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300 Hardcover – December 28, 1999
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An emperor amasses an army of hundreds of thousands, drawn from two continents, to invade a third continent and conquer a tiny, divided nation. Only a few hundred warriors stand against them. Yet the tiny nation is saved. It sounds like the plot of a preposterous fantasy novel. It is historical fact. In 481-480 B.C., King Xerxes of Persia raised forces in Asia and Africa and invaded Greece with an army so huge that it "drank rivers dry." Then they entered the mountain pass of Thermopylae and encountered 300 determined soldiers from Sparta....
Writer-artist Frank Miller and colorist Lynn Varley retell the battle of Thermopylae in the exciting and moving graphic novel 300. They focus on King Leonidas, the young foot soldier Stelios, and the storyteller Dilios to highlight the Spartans' awe-inspiring toughness and valor. Miller and Varley's art is terrific, as always; the combat scenes are especially powerful. And Miller's writing is his best in years. Read it.
Do not, however, read 300 expecting a strictly accurate history. The Phocians did not "scatter," as Miller describes. His Spartans are mildly homophobic, which is goofy in such a gay society. Miller doesn't say how many Greeks remained for the climactic battle--you'd think 300 Spartans and maybe a dozen others, when there were between 700 and 1,100 Greeks. Herodotus's Histories does not identify the traitor Ephialtes as ugly and hunchbacked, or even as Spartan. 300 establishes a believable connection between Ephialtes's affliction and behavior, but his monstrous appearance, King Xerxes's effeminacy, and the Persians' inexplicable pierced-GenX-African looks make for an eyebrow-raising choice of villain imagery. Nonetheless, 300 is a brilliant dramatization.
For the full story of the failed invasion, read Herodotus's Histories or, for a concise, graphic-novel retelling, Larry Gonick's great Cartoon History of the Universe: Volumes 1-7, From the Big Bang to Alexander the Great. For a lighthearted look at post-invasion Athens and a very young Alexander the Great, check out William Messner-Loebs and Sam Kieth's witty and gorgeous graphic novels, Epicurus the Sage Vol. I and Vol. II. --Cynthia Ward
From Publishers Weekly
The Battle of Thermopylae ranks as one of the ancient world's most important events, where Spartan King Leonidas and his 300-man bodyguard met the massive army of Emperor Xerxes of Persia, who intended to add Greece to his empire. To no one's surprise, the Spartans were destroyed. While the battle bought the Greeks enough time to defeat the mighty Persians, it was more important for the metaphor it created: occasionally one has to lose to win. This is clearly the inspiration behind Miller's attempt to place this epic tale in the context of a graphic novel. A renowned comics artist and writer known for hard-boiled stories of almost operatic intensity and stylishly overwrought violence, Miller (Sin City) injects his own brand of graphic sensationalism into this ancient tale of national survival. Miller clearly isn't as interested in being a historian as he is in telling a story, but his portrayal of the ancient world is compelling. His drawings of the bearded Leonidas are pensive and starkly imperial. The Persian King Xerxes is represented as majestically African, his body covered in a gaudy and bejeweled network of meticulously rendered chains and bracelets. Form and content are ideally wedded: Miller's writing is stark, his drawings moody and dramatic, and intensified by Varley's grimly appropriate palette of earth and blood. The reader can see and feel the harshness of both the Grecian landscape and Sparta's battle-worshipping culture, as Miller presents the complex historical moment facing the 300. (May)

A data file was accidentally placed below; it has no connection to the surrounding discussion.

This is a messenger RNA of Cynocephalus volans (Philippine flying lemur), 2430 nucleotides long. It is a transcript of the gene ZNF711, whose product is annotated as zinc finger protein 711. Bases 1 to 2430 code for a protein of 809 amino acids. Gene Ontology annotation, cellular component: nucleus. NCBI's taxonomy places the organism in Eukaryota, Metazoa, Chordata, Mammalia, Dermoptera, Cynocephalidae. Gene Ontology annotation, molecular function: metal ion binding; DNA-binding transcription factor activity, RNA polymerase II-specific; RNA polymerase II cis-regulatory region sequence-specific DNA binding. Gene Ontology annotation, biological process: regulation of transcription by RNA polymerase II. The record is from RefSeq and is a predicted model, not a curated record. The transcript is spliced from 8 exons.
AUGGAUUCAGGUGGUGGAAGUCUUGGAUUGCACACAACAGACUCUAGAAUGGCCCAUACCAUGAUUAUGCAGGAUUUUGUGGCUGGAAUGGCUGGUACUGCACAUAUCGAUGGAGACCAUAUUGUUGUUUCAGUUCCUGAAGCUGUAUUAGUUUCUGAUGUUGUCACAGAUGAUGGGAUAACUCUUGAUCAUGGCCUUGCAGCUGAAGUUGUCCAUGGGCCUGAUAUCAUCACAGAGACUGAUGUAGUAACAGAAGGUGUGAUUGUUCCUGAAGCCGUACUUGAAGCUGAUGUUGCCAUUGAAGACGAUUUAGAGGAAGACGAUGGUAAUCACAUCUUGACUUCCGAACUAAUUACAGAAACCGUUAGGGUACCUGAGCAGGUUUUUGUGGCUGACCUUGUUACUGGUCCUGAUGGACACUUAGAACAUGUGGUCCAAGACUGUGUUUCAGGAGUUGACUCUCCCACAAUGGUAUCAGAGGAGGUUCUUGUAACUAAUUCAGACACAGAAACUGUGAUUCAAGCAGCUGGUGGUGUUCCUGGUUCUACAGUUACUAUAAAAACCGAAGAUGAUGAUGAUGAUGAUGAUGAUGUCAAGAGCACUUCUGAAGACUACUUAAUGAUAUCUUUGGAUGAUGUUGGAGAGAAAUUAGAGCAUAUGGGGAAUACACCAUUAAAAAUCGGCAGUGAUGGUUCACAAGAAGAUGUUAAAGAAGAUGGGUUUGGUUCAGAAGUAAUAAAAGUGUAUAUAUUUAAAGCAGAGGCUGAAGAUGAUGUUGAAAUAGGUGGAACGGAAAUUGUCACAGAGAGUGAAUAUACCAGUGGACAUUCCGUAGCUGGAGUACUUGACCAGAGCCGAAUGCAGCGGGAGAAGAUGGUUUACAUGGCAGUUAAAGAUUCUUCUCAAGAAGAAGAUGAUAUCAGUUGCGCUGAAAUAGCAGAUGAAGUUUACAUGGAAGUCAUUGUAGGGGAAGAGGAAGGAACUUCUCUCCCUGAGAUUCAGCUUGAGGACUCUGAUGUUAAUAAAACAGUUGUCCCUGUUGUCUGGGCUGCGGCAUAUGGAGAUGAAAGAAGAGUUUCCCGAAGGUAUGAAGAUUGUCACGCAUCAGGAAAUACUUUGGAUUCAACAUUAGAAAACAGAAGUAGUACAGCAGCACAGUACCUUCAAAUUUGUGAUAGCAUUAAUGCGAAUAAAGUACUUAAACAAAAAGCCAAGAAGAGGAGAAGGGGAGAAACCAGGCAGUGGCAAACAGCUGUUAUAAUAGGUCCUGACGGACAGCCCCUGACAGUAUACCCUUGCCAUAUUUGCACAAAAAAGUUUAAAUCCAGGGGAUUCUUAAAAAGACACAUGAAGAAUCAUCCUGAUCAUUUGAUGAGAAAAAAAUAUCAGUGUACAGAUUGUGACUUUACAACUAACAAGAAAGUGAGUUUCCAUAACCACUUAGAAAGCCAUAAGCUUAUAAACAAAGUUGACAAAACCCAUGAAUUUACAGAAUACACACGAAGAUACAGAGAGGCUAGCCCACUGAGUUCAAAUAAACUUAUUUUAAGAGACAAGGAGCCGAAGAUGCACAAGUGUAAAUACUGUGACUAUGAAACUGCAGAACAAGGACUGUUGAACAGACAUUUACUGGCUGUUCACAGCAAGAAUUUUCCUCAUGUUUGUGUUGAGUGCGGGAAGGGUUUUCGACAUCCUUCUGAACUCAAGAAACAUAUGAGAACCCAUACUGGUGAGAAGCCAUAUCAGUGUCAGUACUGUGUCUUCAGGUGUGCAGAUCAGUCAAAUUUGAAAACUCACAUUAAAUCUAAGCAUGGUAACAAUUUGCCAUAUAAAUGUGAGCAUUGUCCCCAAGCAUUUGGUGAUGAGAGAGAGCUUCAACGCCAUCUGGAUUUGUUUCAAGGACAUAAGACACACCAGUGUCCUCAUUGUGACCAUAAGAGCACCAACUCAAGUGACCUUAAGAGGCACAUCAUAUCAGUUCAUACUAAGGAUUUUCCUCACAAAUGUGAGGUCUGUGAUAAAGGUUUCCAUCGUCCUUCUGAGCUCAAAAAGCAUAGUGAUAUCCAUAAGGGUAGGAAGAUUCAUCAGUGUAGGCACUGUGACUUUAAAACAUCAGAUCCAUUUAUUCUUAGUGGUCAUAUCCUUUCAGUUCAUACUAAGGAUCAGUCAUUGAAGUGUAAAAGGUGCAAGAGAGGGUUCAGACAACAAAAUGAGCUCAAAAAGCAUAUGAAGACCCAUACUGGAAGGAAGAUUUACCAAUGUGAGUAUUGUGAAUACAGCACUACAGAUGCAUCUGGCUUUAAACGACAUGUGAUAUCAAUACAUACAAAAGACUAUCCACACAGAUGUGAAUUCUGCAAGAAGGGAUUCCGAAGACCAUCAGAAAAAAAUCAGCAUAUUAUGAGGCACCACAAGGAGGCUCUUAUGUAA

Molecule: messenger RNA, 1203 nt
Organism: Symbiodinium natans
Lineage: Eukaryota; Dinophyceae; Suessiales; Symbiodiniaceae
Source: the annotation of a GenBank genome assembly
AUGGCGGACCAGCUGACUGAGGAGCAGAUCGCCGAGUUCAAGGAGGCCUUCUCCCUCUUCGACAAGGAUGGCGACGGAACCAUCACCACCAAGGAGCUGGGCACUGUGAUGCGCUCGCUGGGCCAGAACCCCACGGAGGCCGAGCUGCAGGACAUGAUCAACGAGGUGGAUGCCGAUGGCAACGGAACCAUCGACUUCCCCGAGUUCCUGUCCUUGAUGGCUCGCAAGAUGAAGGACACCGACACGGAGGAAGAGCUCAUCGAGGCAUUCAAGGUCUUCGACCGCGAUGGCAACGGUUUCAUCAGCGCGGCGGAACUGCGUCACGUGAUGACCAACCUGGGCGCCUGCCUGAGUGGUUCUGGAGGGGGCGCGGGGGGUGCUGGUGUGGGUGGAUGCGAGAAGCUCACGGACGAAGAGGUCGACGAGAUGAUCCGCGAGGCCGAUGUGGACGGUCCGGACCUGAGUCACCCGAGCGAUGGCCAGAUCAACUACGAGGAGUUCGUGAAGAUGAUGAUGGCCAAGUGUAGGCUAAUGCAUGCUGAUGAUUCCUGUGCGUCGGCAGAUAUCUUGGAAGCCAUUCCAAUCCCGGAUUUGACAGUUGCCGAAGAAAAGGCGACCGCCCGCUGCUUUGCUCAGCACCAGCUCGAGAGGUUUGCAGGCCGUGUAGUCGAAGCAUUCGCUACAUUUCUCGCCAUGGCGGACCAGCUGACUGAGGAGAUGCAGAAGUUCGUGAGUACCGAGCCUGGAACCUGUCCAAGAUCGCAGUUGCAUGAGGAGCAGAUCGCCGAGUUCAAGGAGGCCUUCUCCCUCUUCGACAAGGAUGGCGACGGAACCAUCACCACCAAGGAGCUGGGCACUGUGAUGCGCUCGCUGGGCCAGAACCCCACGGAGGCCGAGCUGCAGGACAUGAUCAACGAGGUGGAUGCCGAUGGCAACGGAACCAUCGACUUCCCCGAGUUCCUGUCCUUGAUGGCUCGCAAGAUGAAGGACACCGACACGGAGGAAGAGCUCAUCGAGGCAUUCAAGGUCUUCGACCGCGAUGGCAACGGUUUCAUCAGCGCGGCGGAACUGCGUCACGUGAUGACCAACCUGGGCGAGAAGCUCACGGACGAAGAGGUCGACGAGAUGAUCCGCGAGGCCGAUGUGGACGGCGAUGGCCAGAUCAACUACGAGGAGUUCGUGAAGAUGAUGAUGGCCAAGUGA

Copyright 2000 Reed Business Information, Inc.
Top customer reviews
And what a take!
The storytelling is wonderful.
The images are wonderful.
So many black heroes are depicted. That is great for my kids, great for anyone. Why wouldn't the southern Peloponnese have blacks? Look where it is. This is an awesome book.
The in-your-face patriotism gets a thumbs-up from my family of boys. The unabashed manly vigor and honor is a refreshing change from all the limp and wispy "safe spaces" the precious lambs are demanding. This is a book for making men.
Some images of nudity... nothing indecent. Nothing more than pgs-rated. We don't often see naked men or men in g-strings. Interesting decision. A few topless women. I'm a mom. I looked and couldn't see nipples. This book is fine for your family.
If I wanted a historical account I would read "Gates of Fire," or watch the History Channel's account of the Spartans. But for the richness of imagery Miller has put into this book, I can forgive him for representing King Leonidas as a young man, rather than a white hair. I also appreciate the way Miller has represented the Lakedaemonians (Spartans) as more than just men, but as Greek warriors, the epitome of physical power and proportion. This includes giving them manly facial hair and leaving their protective uniforms off showing every muscle and tendon.
Lynn Varley set a great tone, pun indented, with colors and gives continuity to the book. It is a complete piece of work from beginning to end, you have a feeling of great power and immanent doom. Anyone who had to learn the story of the Hot Gates will enjoy this as much as the teenager who hated history and had to learn why their school mascot was a Spartan.